Professor Mohamed Arkoun challenged the participants through a critique of modern reason vis-à-vis religious reason. From other distinguished faculty members, participants also learnt about the Prophetic and ‘Alid traditions, notions of worship and practice amongst Muslims, and the Symbolism and Legalism of Islamic Law. Dr Farhad Daftary provided an engaging account of the history of the Ismaili community while Dr Sarfaroz Niyozov created an educational encounter with the Ismailis of Central Asia, which was infused with poetic and literary expressions from Central Asia. In his keynote address, Dr Aziz Esmail formulated the intellectual tools through which participants can engage in understanding and responding to contemporary issues, challenges and opportunities that face the Muslim world and develop authentic and purposive responses to them.
The Institute of Islamic Studies at McGill University hosted the participants in their distinctive library, which was founded by Professor Wilfred Cantwell Smith in 1952 and houses collections of rare manuscripts relevant to Muslim history and thought. Participants were given the unique opportunity to view a special display of the Institute’s artifacts and texts which was facilitated and narrated by Dr Adam Gacek. Professor Wisnovsky, the Institute’s Director, also gave a talk on new trends in the study of Islam’s rationalistic traditions.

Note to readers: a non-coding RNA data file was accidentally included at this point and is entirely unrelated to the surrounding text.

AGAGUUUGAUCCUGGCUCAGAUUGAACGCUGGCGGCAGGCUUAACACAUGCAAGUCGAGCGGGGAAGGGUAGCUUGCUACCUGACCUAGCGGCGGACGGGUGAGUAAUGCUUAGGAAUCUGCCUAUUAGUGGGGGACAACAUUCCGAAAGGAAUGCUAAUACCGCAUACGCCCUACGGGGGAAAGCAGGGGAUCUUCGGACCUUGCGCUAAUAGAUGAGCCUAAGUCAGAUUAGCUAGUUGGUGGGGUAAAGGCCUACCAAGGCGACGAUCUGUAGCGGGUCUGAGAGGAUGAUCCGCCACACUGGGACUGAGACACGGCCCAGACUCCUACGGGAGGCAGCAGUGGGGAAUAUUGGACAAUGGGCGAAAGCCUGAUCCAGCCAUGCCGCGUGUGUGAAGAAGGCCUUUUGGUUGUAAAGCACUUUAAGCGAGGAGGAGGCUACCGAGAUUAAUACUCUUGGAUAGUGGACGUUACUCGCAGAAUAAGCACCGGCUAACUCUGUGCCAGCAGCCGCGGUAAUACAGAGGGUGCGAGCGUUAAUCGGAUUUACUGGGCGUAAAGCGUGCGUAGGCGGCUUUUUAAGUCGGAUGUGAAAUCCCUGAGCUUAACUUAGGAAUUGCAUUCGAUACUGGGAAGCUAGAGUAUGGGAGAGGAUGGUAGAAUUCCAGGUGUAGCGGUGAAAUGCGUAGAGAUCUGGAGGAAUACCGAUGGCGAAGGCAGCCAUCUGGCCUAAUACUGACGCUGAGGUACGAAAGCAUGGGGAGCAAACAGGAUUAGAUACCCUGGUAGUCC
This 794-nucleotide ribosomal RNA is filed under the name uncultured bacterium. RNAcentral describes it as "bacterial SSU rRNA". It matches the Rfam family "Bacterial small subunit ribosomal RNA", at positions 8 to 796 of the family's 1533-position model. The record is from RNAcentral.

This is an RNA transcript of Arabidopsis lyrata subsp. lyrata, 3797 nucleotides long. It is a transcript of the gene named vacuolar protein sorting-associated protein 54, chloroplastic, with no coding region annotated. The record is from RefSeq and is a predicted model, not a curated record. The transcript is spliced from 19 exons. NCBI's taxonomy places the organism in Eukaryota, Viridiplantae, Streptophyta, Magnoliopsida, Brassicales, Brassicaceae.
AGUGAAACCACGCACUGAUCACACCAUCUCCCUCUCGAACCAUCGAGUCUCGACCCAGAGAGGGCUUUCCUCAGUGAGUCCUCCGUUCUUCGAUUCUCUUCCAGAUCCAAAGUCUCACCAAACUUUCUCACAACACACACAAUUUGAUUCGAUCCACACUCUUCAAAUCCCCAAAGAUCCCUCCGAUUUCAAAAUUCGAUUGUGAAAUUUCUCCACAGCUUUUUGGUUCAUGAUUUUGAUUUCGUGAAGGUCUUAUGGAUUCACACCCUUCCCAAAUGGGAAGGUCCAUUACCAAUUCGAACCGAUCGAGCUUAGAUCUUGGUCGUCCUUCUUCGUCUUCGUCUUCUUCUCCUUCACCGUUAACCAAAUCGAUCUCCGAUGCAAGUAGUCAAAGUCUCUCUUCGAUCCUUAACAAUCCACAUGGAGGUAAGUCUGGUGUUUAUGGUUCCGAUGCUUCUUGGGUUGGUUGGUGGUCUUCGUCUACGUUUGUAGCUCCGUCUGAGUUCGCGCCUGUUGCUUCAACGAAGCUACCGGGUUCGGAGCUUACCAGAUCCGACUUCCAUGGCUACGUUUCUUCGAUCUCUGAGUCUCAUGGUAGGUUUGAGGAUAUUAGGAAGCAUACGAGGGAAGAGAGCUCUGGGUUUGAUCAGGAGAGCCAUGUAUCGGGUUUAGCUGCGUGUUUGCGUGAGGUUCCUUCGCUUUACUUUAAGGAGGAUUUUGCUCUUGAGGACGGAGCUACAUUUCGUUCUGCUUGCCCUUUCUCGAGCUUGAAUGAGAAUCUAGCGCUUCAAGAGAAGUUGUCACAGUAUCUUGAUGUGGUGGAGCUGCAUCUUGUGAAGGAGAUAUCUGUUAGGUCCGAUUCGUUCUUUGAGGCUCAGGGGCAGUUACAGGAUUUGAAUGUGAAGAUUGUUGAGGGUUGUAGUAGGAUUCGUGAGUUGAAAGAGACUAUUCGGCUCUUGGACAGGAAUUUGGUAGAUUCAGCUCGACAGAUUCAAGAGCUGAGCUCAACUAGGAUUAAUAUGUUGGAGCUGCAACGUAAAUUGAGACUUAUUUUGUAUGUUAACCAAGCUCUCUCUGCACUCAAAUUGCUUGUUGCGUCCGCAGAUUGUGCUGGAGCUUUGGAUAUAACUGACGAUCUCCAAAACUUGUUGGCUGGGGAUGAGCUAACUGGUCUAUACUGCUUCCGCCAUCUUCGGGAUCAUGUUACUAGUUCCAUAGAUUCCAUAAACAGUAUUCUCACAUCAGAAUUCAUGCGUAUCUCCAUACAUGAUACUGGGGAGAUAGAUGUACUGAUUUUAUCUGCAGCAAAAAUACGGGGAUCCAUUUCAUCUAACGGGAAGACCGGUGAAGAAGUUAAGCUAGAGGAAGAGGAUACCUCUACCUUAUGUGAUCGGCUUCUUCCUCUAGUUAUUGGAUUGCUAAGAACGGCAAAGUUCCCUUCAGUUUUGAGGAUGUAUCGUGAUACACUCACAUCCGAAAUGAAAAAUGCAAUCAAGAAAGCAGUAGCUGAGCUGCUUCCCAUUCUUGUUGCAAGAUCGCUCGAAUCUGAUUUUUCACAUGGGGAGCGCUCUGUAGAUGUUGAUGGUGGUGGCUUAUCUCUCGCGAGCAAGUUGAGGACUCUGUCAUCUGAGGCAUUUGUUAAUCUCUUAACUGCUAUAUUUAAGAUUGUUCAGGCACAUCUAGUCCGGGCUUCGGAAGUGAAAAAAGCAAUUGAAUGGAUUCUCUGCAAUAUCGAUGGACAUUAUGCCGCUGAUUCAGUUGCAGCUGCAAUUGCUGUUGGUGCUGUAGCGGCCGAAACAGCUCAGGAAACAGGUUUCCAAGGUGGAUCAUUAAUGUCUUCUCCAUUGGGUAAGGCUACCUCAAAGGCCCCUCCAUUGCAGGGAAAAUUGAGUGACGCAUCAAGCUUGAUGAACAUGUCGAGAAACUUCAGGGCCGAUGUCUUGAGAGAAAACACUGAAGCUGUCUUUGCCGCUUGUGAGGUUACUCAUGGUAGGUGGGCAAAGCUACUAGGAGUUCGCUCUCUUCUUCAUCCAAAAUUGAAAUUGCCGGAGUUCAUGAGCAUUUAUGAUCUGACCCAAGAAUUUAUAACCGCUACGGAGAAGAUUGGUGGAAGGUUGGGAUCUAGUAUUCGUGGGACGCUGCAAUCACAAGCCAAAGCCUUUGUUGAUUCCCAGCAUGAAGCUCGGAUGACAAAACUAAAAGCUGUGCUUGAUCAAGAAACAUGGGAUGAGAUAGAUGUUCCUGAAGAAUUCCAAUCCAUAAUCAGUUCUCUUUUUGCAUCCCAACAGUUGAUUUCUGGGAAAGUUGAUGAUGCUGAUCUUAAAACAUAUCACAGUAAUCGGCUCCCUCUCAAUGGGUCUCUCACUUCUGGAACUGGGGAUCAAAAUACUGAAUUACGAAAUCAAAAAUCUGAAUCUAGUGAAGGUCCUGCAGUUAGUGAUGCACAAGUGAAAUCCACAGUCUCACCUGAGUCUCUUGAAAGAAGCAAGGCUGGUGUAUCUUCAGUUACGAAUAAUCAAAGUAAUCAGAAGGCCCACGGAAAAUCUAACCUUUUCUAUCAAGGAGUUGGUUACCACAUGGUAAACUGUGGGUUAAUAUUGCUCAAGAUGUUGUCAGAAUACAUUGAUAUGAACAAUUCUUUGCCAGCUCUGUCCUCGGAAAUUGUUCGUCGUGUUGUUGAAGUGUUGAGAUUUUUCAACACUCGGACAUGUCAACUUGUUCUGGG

Salima Kassam, an educationist working with ITREB Canada, shared her reflections on the programme in the following words: “The lecturers, the readings, and the opportunity for group work created an environment in which notions of Islam, whether historical or cultural, were brought forward, dissected and discussed in a broad forum to further develop perspectives. This enabled the participants to feel stronger in their ability to articulate their understanding of the faith and then, directly linked to that, their identity. This is an ideal foundational programme in understanding Islam and it provides the stepping stones for further personal, life-long learning, once the 10 days are completed.”